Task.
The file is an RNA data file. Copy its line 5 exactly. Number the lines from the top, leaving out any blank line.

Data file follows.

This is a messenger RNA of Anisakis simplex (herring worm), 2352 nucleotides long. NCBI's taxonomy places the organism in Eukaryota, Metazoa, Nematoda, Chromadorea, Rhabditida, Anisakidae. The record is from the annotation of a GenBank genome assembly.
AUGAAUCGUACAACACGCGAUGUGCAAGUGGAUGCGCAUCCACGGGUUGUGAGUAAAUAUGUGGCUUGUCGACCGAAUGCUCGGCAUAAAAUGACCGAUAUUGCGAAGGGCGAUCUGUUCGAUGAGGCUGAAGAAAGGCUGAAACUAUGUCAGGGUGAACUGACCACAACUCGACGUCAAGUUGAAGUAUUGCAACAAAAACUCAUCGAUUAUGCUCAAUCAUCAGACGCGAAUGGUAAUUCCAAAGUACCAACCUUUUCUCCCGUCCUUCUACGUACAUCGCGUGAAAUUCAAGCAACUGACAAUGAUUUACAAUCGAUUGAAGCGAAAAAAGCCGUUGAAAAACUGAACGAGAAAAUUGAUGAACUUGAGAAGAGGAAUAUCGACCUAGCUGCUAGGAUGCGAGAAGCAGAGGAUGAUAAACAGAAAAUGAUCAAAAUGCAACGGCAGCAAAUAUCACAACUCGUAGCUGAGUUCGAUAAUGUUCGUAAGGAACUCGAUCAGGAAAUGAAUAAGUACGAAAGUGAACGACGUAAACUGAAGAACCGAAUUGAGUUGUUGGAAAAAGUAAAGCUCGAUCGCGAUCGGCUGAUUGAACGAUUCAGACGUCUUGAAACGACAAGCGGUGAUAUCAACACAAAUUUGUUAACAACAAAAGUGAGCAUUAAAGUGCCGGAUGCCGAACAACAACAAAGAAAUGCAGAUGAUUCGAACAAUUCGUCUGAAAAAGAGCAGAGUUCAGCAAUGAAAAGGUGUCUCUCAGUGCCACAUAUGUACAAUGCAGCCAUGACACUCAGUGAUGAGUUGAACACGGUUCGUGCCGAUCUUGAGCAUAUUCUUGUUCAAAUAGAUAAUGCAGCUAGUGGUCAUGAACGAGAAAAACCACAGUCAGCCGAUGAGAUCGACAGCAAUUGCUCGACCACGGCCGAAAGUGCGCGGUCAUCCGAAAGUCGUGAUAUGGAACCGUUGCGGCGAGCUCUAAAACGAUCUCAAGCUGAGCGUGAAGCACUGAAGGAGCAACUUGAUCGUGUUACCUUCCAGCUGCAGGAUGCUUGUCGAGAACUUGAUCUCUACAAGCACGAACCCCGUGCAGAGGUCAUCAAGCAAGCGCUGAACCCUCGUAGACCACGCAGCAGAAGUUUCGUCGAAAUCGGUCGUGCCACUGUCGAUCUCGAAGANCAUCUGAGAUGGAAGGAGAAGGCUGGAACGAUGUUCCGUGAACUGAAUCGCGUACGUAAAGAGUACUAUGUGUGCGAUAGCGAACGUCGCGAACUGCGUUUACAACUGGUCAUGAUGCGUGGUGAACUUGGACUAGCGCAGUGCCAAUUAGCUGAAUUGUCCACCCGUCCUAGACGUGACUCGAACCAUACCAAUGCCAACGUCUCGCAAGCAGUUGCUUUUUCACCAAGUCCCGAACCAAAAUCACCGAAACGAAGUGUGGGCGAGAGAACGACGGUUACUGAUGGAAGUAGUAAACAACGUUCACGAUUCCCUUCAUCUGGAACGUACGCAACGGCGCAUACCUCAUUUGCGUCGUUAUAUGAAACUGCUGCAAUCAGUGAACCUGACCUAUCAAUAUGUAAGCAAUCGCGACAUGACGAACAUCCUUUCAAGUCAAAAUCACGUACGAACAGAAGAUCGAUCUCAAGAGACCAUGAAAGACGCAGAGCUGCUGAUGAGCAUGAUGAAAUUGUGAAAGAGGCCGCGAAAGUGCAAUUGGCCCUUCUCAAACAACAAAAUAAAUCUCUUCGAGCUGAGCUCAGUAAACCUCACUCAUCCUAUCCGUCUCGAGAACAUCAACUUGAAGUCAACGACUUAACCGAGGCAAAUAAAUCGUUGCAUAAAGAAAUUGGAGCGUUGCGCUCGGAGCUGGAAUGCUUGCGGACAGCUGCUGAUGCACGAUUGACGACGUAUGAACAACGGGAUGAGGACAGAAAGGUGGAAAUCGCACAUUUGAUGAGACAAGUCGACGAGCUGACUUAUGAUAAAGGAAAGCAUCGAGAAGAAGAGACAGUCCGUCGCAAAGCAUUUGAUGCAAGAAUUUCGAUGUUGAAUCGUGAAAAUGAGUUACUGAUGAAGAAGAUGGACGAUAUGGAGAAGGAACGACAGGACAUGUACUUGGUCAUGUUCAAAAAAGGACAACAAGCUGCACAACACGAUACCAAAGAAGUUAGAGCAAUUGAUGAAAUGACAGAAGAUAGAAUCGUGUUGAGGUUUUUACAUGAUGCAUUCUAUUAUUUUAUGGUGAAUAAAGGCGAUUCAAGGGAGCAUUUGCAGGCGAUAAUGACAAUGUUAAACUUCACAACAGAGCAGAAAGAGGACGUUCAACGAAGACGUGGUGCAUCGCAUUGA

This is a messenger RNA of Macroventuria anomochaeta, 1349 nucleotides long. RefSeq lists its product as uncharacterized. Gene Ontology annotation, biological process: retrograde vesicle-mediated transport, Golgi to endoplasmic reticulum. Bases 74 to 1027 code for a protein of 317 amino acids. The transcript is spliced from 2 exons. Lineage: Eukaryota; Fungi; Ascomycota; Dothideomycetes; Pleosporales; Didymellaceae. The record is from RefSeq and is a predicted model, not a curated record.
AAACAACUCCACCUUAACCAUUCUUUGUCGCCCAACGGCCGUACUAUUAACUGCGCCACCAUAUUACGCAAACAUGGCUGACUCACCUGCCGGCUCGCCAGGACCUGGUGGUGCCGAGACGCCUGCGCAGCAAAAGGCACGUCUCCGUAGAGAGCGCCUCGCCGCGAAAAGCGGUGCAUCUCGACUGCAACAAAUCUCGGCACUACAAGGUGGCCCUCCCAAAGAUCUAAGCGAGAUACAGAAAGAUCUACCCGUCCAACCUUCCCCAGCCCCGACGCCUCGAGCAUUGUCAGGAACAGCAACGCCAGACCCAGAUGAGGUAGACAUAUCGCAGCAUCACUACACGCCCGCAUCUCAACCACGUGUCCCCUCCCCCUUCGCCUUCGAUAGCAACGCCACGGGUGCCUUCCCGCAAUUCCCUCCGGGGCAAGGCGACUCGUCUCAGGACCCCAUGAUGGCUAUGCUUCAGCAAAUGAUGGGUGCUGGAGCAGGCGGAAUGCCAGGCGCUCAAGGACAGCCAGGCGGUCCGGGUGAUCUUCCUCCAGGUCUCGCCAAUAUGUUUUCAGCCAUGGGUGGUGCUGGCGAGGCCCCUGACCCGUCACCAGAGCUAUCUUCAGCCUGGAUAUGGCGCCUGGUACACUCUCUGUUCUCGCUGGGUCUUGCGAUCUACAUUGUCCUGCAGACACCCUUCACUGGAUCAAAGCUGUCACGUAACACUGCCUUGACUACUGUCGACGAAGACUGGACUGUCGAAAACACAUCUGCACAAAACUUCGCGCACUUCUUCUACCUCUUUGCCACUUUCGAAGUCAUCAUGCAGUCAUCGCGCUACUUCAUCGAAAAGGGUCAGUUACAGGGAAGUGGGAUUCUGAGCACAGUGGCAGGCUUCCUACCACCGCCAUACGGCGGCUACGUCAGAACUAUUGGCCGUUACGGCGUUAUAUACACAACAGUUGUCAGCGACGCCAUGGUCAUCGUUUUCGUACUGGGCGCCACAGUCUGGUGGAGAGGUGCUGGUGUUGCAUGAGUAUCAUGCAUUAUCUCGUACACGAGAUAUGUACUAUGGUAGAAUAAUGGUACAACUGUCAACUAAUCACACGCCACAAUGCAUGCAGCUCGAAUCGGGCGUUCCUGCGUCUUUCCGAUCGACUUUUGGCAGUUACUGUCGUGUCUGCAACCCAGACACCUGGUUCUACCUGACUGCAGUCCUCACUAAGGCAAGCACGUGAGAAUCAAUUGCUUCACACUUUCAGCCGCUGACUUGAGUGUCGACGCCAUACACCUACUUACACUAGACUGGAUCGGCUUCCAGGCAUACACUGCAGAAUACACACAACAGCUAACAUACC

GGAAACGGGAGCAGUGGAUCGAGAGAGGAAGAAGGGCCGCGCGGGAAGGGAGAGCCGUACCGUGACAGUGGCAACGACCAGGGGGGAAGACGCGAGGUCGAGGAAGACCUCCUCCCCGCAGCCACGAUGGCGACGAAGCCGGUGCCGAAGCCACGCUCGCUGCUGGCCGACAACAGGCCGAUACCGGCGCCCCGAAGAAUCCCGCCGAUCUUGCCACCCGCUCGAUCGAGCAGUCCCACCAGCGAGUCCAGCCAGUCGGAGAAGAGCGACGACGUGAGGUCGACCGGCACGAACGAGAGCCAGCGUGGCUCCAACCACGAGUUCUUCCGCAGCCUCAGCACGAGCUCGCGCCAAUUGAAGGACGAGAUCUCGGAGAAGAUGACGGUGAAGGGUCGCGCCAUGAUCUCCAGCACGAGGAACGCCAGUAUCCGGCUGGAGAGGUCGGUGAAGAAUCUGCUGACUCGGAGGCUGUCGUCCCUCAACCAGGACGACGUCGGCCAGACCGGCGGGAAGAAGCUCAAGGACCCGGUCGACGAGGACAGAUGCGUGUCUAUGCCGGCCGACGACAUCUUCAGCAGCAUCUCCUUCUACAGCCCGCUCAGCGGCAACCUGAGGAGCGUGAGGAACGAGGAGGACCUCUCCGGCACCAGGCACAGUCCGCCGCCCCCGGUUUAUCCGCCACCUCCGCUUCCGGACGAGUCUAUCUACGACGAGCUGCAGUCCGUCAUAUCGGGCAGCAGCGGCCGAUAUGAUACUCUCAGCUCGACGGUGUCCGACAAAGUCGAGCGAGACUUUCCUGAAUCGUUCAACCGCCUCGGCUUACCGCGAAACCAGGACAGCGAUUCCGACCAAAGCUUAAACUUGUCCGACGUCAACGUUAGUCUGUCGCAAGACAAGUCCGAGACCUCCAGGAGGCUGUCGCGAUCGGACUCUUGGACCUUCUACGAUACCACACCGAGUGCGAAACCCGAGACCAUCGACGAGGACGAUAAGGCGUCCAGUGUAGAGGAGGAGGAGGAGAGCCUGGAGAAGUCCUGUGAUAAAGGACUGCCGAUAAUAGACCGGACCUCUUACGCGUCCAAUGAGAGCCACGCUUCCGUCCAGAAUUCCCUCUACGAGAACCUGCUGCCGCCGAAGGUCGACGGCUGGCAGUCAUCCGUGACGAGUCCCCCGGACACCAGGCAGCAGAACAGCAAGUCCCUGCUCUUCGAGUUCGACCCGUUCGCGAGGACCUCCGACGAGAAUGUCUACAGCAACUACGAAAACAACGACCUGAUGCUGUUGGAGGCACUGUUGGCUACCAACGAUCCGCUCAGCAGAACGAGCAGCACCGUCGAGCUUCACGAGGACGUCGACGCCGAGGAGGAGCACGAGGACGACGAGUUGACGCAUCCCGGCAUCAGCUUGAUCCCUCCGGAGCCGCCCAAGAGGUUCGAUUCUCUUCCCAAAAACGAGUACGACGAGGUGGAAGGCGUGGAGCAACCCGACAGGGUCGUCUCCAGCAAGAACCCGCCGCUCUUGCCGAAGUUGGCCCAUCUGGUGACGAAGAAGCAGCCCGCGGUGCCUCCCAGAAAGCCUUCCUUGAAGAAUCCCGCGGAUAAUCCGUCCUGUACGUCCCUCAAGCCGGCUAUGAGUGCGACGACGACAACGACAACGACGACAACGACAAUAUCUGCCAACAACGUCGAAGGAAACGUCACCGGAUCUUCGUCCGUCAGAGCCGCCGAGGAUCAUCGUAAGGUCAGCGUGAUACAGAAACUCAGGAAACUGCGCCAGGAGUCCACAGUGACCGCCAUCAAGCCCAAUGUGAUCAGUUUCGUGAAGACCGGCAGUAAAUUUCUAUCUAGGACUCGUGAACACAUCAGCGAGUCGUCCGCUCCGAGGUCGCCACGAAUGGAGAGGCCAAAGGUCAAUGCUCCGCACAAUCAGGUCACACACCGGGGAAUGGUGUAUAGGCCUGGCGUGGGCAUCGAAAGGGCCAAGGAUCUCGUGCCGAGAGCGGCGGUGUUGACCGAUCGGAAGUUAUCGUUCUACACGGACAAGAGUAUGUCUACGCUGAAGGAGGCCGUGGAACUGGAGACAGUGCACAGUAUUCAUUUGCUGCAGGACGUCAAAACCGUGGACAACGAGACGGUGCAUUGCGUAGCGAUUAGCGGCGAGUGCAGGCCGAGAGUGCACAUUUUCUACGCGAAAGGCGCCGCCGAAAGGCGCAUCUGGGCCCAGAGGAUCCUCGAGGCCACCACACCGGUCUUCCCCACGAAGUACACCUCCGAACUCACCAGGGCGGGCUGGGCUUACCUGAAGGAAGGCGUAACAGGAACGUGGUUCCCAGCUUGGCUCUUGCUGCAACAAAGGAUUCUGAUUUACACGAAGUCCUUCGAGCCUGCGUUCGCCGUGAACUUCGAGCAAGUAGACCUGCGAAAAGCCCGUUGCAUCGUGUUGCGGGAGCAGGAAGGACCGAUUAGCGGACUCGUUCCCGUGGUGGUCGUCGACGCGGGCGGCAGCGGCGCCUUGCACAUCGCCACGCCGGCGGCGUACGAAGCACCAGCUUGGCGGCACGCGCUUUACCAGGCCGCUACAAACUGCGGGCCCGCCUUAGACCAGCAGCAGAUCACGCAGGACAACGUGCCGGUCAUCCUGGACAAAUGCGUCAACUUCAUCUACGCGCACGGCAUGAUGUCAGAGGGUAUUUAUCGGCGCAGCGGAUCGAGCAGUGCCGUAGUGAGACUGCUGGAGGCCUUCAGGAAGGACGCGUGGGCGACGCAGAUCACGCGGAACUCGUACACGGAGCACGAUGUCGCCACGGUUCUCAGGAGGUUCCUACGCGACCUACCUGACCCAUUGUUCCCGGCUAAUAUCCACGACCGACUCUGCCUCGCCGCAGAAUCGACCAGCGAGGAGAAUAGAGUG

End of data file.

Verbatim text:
GGAAACGGGAGCAGUGGAUCGAGAGAGGAAGAAGGGCCGCGCGGGAAGGGAGAGCCGUACCGUGACAGUGGCAACGACCAGGGGGGAAGACGCGAGGUCGAGGAAGACCUCCUCCCCGCAGCCACGAUGGCGACGAAGCCGGUGCCGAAGCCACGCUCGCUGCUGGCCGACAACAGGCCGAUACCGGCGCCCCGAAGAAUCCCGCCGAUCUUGCCACCCGCUCGAUCGAGCAGUCCCACCAGCGAGUCCAGCCAGUCGGAGAAGAGCGACGACGUGAGGUCGACCGGCACGAACGAGAGCCAGCGUGGCUCCAACCACGAGUUCUUCCGCAGCCUCAGCACGAGCUCGCGCCAAUUGAAGGACGAGAUCUCGGAGAAGAUGACGGUGAAGGGUCGCGCCAUGAUCUCCAGCACGAGGAACGCCAGUAUCCGGCUGGAGAGGUCGGUGAAGAAUCUGCUGACUCGGAGGCUGUCGUCCCUCAACCAGGACGACGUCGGCCAGACCGGCGGGAAGAAGCUCAAGGACCCGGUCGACGAGGACAGAUGCGUGUCUAUGCCGGCCGACGACAUCUUCAGCAGCAUCUCCUUCUACAGCCCGCUCAGCGGCAACCUGAGGAGCGUGAGGAACGAGGAGGACCUCUCCGGCACCAGGCACAGUCCGCCGCCCCCGGUUUAUCCGCCACCUCCGCUUCCGGACGAGUCUAUCUACGACGAGCUGCAGUCCGUCAUAUCGGGCAGCAGCGGCCGAUAUGAUACUCUCAGCUCGACGGUGUCCGACAAAGUCGAGCGAGACUUUCCUGAAUCGUUCAACCGCCUCGGCUUACCGCGAAACCAGGACAGCGAUUCCGACCAAAGCUUAAACUUGUCCGACGUCAACGUUAGUCUGUCGCAAGACAAGUCCGAGACCUCCAGGAGGCUGUCGCGAUCGGACUCUUGGACCUUCUACGAUACCACACCGAGUGCGAAACCCGAGACCAUCGACGAGGACGAUAAGGCGUCCAGUGUAGAGGAGGAGGAGGAGAGCCUGGAGAAGUCCUGUGAUAAAGGACUGCCGAUAAUAGACCGGACCUCUUACGCGUCCAAUGAGAGCCACGCUUCCGUCCAGAAUUCCCUCUACGAGAACCUGCUGCCGCCGAAGGUCGACGGCUGGCAGUCAUCCGUGACGAGUCCCCCGGACACCAGGCAGCAGAACAGCAAGUCCCUGCUCUUCGAGUUCGACCCGUUCGCGAGGACCUCCGACGAGAAUGUCUACAGCAACUACGAAAACAACGACCUGAUGCUGUUGGAGGCACUGUUGGCUACCAACGAUCCGCUCAGCAGAACGAGCAGCACCGUCGAGCUUCACGAGGACGUCGACGCCGAGGAGGAGCACGAGGACGACGAGUUGACGCAUCCCGGCAUCAGCUUGAUCCCUCCGGAGCCGCCCAAGAGGUUCGAUUCUCUUCCCAAAAACGAGUACGACGAGGUGGAAGGCGUGGAGCAACCCGACAGGGUCGUCUCCAGCAAGAACCCGCCGCUCUUGCCGAAGUUGGCCCAUCUGGUGACGAAGAAGCAGCCCGCGGUGCCUCCCAGAAAGCCUUCCUUGAAGAAUCCCGCGGAUAAUCCGUCCUGUACGUCCCUCAAGCCGGCUAUGAGUGCGACGACGACAACGACAACGACGACAACGACAAUAUCUGCCAACAACGUCGAAGGAAACGUCACCGGAUCUUCGUCCGUCAGAGCCGCCGAGGAUCAUCGUAAGGUCAGCGUGAUACAGAAACUCAGGAAACUGCGCCAGGAGUCCACAGUGACCGCCAUCAAGCCCAAUGUGAUCAGUUUCGUGAAGACCGGCAGUAAAUUUCUAUCUAGGACUCGUGAACACAUCAGCGAGUCGUCCGCUCCGAGGUCGCCACGAAUGGAGAGGCCAAAGGUCAAUGCUCCGCACAAUCAGGUCACACACCGGGGAAUGGUGUAUAGGCCUGGCGUGGGCAUCGAAAGGGCCAAGGAUCUCGUGCCGAGAGCGGCGGUGUUGACCGAUCGGAAGUUAUCGUUCUACACGGACAAGAGUAUGUCUACGCUGAAGGAGGCCGUGGAACUGGAGACAGUGCACAGUAUUCAUUUGCUGCAGGACGUCAAAACCGUGGACAACGAGACGGUGCAUUGCGUAGCGAUUAGCGGCGAGUGCAGGCCGAGAGUGCACAUUUUCUACGCGAAAGGCGCCGCCGAAAGGCGCAUCUGGGCCCAGAGGAUCCUCGAGGCCACCACACCGGUCUUCCCCACGAAGUACACCUCCGAACUCACCAGGGCGGGCUGGGCUUACCUGAAGGAAGGCGUAACAGGAACGUGGUUCCCAGCUUGGCUCUUGCUGCAACAAAGGAUUCUGAUUUACACGAAGUCCUUCGAGCCUGCGUUCGCCGUGAACUUCGAGCAAGUAGACCUGCGAAAAGCCCGUUGCAUCGUGUUGCGGGAGCAGGAAGGACCGAUUAGCGGACUCGUUCCCGUGGUGGUCGUCGACGCGGGCGGCAGCGGCGCCUUGCACAUCGCCACGCCGGCGGCGUACGAAGCACCAGCUUGGCGGCACGCGCUUUACCAGGCCGCUACAAACUGCGGGCCCGCCUUAGACCAGCAGCAGAUCACGCAGGACAACGUGCCGGUCAUCCUGGACAAAUGCGUCAACUUCAUCUACGCGCACGGCAUGAUGUCAGAGGGUAUUUAUCGGCGCAGCGGAUCGAGCAGUGCCGUAGUGAGACUGCUGGAGGCCUUCAGGAAGGACGCGUGGGCGACGCAGAUCACGCGGAACUCGUACACGGAGCACGAUGUCGCCACGGUUCUCAGGAGGUUCCUACGCGACCUACCUGACCCAUUGUUCCCGGCUAAUAUCCACGACCGACUCUGCCUCGCCGCAGAAUCGACCAGCGAGGAGAAUAGAGUG